It has been nearly four years since housing prices bottomed out nationwide. Since then, the fortunes of homeowners and renters alike have been mixed across a wide spectrum depending on where they live, according to a report by Trulia recently.
Recovery in housing markets across the country has varied widely when other factors enter the equation, such as how much economic growth the area has seen (particularly in employment and wages) and how much housing prices have appreciated. Based on those factors, housing in some metros over the last four years has recovered more quickly driven by substantial economic growth, while housing has been slow to recover in some metros based on sluggish economic growth. Some metros have even seen slow recovery in housing and booming employment or vice versa.
Based on Trulia’s number crunching that figured in house prices, job prospects, wages, vacancy rates, home values, and amount of rent increase to determine what are the best housing markets for both renting and buying. What they discovered was that cities in North Carolina are strong for renters since 2012 due to strong economic gains.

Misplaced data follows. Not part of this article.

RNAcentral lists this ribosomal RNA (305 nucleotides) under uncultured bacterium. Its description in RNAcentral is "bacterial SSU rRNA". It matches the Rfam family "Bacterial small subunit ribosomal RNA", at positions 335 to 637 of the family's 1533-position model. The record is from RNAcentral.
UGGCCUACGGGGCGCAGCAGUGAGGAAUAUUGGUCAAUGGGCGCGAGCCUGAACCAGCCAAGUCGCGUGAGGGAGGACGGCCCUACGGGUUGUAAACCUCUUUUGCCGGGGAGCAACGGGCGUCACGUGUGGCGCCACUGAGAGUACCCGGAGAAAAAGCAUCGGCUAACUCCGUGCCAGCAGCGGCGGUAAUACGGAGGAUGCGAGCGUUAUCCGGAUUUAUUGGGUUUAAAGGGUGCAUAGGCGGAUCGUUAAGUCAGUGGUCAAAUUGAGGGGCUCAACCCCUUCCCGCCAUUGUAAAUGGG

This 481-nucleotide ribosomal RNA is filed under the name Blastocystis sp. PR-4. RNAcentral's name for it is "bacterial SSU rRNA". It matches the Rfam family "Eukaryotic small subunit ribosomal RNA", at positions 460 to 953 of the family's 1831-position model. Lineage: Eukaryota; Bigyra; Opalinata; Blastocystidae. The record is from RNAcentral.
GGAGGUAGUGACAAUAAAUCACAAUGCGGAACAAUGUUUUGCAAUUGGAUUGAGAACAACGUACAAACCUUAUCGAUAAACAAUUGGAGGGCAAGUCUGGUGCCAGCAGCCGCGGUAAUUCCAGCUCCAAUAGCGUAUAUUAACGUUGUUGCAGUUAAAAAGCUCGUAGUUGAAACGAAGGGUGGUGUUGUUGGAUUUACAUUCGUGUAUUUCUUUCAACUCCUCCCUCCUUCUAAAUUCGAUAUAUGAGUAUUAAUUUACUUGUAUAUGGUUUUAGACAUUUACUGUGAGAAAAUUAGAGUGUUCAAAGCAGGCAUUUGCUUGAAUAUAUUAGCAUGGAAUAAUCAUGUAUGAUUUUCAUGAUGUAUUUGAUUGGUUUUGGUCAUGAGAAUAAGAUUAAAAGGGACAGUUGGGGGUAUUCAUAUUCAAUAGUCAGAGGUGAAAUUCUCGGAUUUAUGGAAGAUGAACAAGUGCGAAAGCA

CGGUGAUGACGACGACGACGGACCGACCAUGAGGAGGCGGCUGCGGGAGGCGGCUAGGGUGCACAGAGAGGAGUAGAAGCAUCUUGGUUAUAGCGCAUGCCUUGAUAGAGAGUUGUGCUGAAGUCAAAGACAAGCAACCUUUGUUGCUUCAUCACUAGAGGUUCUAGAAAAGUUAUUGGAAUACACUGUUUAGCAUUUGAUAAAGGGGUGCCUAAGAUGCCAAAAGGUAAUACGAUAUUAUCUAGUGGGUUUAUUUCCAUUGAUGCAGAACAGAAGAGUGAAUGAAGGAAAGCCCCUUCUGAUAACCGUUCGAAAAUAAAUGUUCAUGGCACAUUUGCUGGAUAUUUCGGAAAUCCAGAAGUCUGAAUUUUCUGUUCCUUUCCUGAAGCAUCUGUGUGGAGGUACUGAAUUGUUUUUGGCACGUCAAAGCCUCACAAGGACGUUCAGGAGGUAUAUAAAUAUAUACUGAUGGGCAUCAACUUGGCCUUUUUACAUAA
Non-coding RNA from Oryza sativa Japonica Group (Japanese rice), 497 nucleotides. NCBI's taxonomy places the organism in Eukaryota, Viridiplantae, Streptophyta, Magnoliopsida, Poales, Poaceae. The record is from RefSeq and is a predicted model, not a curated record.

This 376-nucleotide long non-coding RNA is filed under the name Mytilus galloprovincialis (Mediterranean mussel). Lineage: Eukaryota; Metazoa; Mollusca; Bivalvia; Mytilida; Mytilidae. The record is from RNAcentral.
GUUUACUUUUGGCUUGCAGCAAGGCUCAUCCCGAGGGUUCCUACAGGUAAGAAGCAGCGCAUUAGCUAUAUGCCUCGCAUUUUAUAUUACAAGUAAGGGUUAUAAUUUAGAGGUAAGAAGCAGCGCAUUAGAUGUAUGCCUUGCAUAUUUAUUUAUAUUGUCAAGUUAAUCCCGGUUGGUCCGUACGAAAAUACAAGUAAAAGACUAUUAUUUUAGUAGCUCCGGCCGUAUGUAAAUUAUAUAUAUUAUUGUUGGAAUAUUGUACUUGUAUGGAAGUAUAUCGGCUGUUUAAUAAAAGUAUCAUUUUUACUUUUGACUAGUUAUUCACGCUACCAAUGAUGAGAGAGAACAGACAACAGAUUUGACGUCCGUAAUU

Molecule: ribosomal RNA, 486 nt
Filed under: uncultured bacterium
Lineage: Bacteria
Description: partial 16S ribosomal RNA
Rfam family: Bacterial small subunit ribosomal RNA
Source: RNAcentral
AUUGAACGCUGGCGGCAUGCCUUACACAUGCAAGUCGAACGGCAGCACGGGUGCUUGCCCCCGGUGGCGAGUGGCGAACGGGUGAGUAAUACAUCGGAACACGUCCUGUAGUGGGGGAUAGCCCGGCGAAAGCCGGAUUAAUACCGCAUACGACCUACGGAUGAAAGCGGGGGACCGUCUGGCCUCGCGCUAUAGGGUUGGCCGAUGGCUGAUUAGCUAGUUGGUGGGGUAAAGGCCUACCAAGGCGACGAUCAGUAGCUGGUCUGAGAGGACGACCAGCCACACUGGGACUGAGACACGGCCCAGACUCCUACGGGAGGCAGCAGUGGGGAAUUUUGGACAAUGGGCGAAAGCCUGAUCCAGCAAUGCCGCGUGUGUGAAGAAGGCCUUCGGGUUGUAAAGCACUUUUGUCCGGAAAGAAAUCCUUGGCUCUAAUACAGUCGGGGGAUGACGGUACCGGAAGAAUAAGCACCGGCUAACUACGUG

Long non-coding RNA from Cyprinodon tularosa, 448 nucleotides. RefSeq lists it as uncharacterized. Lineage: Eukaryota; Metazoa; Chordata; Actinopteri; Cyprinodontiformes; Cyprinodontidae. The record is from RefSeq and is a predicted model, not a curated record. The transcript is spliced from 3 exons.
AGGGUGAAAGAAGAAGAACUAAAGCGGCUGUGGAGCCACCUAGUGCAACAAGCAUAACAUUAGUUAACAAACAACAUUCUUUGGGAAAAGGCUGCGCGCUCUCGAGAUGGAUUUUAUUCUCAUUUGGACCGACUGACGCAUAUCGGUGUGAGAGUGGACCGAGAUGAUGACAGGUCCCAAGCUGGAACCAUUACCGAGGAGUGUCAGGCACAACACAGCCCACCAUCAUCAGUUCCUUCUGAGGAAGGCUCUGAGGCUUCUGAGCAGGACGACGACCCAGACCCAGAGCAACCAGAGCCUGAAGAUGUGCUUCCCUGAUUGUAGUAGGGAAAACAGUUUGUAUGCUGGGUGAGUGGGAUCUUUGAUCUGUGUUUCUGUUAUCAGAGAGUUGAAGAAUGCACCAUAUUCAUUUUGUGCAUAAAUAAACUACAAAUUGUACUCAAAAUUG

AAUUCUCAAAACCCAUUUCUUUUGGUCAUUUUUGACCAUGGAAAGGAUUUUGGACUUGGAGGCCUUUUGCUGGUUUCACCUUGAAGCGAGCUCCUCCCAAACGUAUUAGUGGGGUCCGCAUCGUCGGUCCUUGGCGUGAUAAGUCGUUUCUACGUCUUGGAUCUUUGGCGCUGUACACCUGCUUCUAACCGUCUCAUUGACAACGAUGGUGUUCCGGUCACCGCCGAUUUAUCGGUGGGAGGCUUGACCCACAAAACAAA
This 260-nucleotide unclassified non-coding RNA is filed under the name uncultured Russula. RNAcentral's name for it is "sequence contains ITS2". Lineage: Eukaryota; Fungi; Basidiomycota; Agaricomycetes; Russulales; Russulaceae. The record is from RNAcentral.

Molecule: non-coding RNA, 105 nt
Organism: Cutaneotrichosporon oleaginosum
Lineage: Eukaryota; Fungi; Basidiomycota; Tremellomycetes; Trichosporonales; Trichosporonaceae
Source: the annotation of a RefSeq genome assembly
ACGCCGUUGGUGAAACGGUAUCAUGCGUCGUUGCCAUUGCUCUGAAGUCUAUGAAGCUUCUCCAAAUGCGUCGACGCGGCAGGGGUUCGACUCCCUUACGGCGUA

North Carolina is a great area for renting since 2012—because of strong wage growth and modest rent increases in the last three years. Two North Carolina cities, Charlotte and Raleigh, are in both the top 10 for renting. Compared with other cities that have seen steep drops in unemployment and rising wages in the last three years, the burdens of increasing rental prices and declining vacancy rates in Charlotte and Raleigh have been fairly forgiving.